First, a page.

News not as bleak as it appears on COVID front

The news seems particularly bleak on the COVID front, with case counts rising rapidly and hospitalizations hitting levels not seen since last winter’s surge.

But amid the rising alarm over the Omicron variant, some experts are saying the situation may not be as bad as it appears, particularly at the state’s hospitals. It seems many of the people showing up in hospital COVID counts are actually there for other reasons.

Jon Santiago, an emergency room doctor at Boston Medical Center and a state representative, tweeted January 3 that his COVID patients generally fall into two categories — those with mild symptoms who are discharged and those who test positive for COVID as they are being admitted for some other illness. 

Santiago also said many of his COVID patients were homeless people with mild symptoms or dialysis patients who couldn’t get their dialysis treatment because their centers didn’t want to expose others.  

 “The fact that many patients weren’t primarily admitted for COVID but rather for other medical issues should add nuance to the ‘COVID hospitalization’ numbers,” Santiago said.

Dr. Jarone Lee, an emergency room physician at Massachusetts General Hospital, said in an interview with Dr. Paul Hattis on Monday that he is seeing a good proportion of patients that are “incidentally COVID positive,” meaning they are asymptomatic from COVID and require hospital admission for something else — like a heart attack or a car accident. Their COVID status turns up when the hospital tests them upon admission.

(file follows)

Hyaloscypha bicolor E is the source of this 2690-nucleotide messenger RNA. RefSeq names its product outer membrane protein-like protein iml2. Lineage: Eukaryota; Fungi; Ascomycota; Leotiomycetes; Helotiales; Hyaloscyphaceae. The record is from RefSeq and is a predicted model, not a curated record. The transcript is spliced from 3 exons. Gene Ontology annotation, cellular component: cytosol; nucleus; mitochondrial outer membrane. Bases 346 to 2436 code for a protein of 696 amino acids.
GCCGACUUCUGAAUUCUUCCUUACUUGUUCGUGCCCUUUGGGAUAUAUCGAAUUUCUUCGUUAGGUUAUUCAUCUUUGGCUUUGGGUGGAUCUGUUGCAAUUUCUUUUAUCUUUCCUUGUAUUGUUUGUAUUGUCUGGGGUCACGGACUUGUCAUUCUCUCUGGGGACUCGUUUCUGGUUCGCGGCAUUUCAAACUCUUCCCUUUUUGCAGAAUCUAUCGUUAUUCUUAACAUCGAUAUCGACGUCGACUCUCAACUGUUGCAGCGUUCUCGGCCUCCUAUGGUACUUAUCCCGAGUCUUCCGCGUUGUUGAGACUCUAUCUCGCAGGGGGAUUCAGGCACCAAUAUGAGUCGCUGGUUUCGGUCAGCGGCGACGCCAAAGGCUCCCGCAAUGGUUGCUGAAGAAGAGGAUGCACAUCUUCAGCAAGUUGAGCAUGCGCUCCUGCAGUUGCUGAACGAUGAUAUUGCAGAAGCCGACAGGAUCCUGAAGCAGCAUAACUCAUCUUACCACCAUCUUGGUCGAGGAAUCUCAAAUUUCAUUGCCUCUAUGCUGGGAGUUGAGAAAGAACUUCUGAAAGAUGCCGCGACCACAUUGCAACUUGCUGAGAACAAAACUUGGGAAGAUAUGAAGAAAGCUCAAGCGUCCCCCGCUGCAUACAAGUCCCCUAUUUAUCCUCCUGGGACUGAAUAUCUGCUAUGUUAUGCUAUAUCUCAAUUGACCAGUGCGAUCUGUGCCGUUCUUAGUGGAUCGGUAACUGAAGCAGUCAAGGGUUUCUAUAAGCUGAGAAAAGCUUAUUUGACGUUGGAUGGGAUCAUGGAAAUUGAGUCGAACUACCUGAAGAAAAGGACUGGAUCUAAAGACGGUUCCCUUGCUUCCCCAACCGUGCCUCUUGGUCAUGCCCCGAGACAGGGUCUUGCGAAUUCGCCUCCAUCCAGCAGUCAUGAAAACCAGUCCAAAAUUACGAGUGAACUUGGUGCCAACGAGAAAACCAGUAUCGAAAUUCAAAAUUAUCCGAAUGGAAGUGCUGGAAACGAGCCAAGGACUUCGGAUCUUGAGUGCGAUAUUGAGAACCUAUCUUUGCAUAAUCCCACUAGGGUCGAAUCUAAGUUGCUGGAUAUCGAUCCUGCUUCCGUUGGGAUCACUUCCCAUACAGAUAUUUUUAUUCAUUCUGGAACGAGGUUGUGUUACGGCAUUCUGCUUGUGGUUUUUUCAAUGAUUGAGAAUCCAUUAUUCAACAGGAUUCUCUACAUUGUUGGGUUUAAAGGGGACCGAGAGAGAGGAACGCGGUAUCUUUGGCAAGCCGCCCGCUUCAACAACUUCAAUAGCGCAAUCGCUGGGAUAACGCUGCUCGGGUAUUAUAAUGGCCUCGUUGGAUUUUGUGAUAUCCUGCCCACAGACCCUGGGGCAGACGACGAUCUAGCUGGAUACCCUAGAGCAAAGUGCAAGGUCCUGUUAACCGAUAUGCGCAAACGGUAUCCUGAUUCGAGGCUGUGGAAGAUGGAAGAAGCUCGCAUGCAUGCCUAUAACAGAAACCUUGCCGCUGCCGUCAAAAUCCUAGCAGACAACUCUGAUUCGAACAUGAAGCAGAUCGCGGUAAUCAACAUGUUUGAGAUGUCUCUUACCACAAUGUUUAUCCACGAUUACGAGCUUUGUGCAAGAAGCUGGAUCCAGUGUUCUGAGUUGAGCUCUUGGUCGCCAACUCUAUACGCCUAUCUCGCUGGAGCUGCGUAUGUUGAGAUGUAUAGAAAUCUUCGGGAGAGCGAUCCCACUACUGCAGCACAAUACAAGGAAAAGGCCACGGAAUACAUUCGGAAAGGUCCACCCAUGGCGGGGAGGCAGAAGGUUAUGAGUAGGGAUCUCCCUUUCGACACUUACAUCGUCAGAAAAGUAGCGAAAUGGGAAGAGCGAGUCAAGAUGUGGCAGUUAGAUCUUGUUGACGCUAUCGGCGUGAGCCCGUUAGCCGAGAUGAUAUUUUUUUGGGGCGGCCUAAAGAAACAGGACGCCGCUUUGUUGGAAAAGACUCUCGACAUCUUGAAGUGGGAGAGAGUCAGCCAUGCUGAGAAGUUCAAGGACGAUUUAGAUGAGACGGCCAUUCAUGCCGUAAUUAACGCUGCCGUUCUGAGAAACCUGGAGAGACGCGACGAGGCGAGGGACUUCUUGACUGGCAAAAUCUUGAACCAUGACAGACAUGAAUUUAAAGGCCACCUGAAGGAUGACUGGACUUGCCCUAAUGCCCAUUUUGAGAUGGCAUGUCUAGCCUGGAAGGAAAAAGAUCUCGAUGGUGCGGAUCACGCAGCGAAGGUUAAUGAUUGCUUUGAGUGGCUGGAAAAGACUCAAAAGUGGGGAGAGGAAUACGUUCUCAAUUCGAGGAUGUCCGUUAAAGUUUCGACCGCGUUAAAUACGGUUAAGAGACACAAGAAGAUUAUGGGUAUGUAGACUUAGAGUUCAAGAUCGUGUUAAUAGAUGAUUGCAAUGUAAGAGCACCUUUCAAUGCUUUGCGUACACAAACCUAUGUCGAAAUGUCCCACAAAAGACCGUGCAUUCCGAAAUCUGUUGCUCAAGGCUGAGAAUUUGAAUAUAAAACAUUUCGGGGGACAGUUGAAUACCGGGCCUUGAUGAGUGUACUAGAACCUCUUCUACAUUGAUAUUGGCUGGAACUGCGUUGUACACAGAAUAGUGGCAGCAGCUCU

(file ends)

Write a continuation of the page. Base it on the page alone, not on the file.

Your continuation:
“At Mass General, the incidentally infected COVID patients account for around 30 to 40 percent of all COVID-infected patients who are hospitalized,” Lee said. “When the state reports the total number of hospitalized people with COVID, currently it includes both those truly sick from COVID as well as those who are incidentally infected.  Thus, the state-reported COVID hospitalization numbers overstate the true burden of the virus in terms of caring for sick COVID patients in our hospitals.”

The state Department of Public Health this week plans to start trying to separate out those hospitalized for COVID and those who have COVID but are being hospitalized for something else. 

House Speaker Ron Mariano said the change should help ease public concerns because the situation is not as bad as the data make it appear.